Category Archives: Political Theory

Marx Gets A Manga Makeover and More

While George Bush preached ‘market fundamentalism’ yet again at weekend the photo-op named the G-20 summit, the ‘leaders’ agreed upon further stimulatory spending to stabilize the financial system, and to ‘reform’ the IMF and World Bank as global financial instruments.

In the midst of this world recession precipitated by the U.S. housing crisis and poor economy that subsequently has quelled demand critical to the functioning of other economies that depend on American buying power, young disgruntled folk are taking another look at Karl Marx.

Reporting from Japan, the Times London:

Japanese bookstores expect a comic version of Das Kapital to become the publishing phenomenon of the year (Leo Lewis writes).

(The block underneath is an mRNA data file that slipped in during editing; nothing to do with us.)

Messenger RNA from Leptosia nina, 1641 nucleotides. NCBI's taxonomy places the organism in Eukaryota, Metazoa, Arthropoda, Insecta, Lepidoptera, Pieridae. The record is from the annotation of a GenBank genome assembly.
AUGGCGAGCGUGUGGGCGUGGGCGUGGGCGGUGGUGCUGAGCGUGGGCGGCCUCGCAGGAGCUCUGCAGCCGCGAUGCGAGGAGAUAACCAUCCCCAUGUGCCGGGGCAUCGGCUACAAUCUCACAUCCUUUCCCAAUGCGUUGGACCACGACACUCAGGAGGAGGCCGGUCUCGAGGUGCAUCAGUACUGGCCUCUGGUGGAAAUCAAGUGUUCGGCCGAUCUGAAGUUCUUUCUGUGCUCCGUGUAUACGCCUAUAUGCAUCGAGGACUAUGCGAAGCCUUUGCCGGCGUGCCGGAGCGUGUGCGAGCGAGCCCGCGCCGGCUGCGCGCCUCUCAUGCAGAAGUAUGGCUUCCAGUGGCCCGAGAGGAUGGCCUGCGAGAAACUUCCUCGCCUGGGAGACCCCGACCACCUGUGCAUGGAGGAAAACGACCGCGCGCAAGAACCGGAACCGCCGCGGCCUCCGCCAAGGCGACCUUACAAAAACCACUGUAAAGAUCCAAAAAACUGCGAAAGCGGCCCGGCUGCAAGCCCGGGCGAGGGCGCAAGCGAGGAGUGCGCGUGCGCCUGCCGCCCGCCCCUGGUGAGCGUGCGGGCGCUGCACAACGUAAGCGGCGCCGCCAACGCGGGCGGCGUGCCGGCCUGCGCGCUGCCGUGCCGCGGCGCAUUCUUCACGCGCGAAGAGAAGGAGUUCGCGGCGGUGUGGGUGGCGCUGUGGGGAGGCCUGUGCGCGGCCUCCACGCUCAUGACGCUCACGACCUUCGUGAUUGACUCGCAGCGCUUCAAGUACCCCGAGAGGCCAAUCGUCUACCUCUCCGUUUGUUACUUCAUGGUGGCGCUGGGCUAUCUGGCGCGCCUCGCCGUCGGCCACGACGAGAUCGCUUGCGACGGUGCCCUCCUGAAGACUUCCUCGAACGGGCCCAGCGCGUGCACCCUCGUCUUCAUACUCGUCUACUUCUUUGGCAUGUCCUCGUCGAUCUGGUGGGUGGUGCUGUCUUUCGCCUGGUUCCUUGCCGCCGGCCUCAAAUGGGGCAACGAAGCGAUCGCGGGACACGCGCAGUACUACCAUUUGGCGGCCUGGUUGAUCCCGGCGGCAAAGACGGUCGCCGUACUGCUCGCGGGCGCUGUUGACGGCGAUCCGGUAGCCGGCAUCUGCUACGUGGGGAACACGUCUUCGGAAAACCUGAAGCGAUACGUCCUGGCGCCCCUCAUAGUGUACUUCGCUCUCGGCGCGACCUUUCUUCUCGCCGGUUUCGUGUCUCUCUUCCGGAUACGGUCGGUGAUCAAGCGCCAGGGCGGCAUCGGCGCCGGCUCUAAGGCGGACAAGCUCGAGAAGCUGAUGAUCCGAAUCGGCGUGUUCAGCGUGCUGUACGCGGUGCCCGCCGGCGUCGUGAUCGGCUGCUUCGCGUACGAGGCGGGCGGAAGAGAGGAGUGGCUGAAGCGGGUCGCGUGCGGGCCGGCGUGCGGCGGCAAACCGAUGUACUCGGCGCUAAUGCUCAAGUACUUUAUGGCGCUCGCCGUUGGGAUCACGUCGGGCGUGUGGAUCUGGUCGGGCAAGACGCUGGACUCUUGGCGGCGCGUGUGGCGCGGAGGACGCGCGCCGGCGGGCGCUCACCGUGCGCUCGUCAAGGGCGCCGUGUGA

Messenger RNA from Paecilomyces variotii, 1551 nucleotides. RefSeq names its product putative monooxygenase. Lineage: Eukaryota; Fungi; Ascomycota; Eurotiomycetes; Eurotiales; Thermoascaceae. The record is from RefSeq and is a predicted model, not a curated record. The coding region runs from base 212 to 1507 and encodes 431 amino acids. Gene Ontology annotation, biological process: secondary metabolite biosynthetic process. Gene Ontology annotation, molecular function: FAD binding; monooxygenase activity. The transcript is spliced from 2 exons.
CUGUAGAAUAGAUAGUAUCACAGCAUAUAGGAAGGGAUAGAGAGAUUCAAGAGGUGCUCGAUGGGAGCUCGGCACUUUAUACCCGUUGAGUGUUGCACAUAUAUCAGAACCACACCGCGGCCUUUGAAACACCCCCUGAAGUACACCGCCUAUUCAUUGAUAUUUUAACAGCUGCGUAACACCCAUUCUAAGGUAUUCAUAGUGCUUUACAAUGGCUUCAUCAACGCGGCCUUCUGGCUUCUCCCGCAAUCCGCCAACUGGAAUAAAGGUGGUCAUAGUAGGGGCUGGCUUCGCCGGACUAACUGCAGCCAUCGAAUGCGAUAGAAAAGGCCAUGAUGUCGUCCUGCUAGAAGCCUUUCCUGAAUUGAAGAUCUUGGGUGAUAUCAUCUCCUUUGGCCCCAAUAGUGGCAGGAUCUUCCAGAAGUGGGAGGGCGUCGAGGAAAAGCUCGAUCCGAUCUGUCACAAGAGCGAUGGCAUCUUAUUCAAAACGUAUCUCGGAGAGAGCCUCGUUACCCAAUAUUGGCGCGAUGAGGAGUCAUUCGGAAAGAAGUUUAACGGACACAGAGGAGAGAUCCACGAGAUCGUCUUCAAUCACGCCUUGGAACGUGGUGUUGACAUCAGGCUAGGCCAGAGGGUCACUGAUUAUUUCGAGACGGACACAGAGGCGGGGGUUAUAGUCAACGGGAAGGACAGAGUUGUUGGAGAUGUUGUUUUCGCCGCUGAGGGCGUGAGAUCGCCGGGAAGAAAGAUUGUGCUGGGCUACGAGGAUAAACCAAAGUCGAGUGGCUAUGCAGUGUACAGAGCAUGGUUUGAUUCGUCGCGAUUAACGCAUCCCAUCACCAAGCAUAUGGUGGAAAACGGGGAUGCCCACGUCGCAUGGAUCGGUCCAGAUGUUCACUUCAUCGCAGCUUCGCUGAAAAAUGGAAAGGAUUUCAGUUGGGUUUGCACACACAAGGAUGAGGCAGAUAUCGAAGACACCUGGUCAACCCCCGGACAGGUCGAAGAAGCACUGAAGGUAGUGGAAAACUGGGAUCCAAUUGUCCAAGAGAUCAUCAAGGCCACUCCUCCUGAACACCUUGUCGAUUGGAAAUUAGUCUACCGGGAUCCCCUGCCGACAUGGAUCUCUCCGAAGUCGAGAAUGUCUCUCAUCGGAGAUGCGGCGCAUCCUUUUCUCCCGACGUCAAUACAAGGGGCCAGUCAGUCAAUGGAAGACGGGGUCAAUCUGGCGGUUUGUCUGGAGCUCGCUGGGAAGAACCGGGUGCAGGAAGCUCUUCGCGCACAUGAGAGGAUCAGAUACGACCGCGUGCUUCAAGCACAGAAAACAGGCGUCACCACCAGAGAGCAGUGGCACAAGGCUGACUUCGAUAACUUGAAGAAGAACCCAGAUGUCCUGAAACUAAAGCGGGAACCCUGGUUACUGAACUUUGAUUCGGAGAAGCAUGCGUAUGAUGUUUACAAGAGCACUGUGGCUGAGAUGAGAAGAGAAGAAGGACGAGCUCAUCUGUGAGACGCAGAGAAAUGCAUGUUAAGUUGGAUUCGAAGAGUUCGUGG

The manga comic, which goes on sale early next month and is expected to sell tens of thousands of copies before Christmas, plays into a growing fascination among Japanese workers with socialist literature and joins a collection of increasingly fierce literary critiques of the global capitalist system. A sneak preview of the publication given to The Times reveals that Marx’s central themes are relayed in the comic via a cast of suitably downtrodden workers. However, when Marx alerted economists to “the knell of capitalist private property”, he may not have imagined the phrase cropping up in one of the speech bubbles in a comic strip for commuters in Japan.

In Germany, sales of Karl Marx’s 1867 work Das Kapital have leapt 750 per cent this year. Much has been written about Karl Marx and the current crisis of capitalism (UPI, NDTV) Usually it is the young academics that read Marx and Engels and I sincerely do believe that everyone should try to read through some of what Marx actually wrote and not mere bastardized interpretations. On the Jewish Question is a particularly good critique of liberalism and a personal favorite — the Marxist Archive has an entire library on Karl Marx and other like-minded scholars.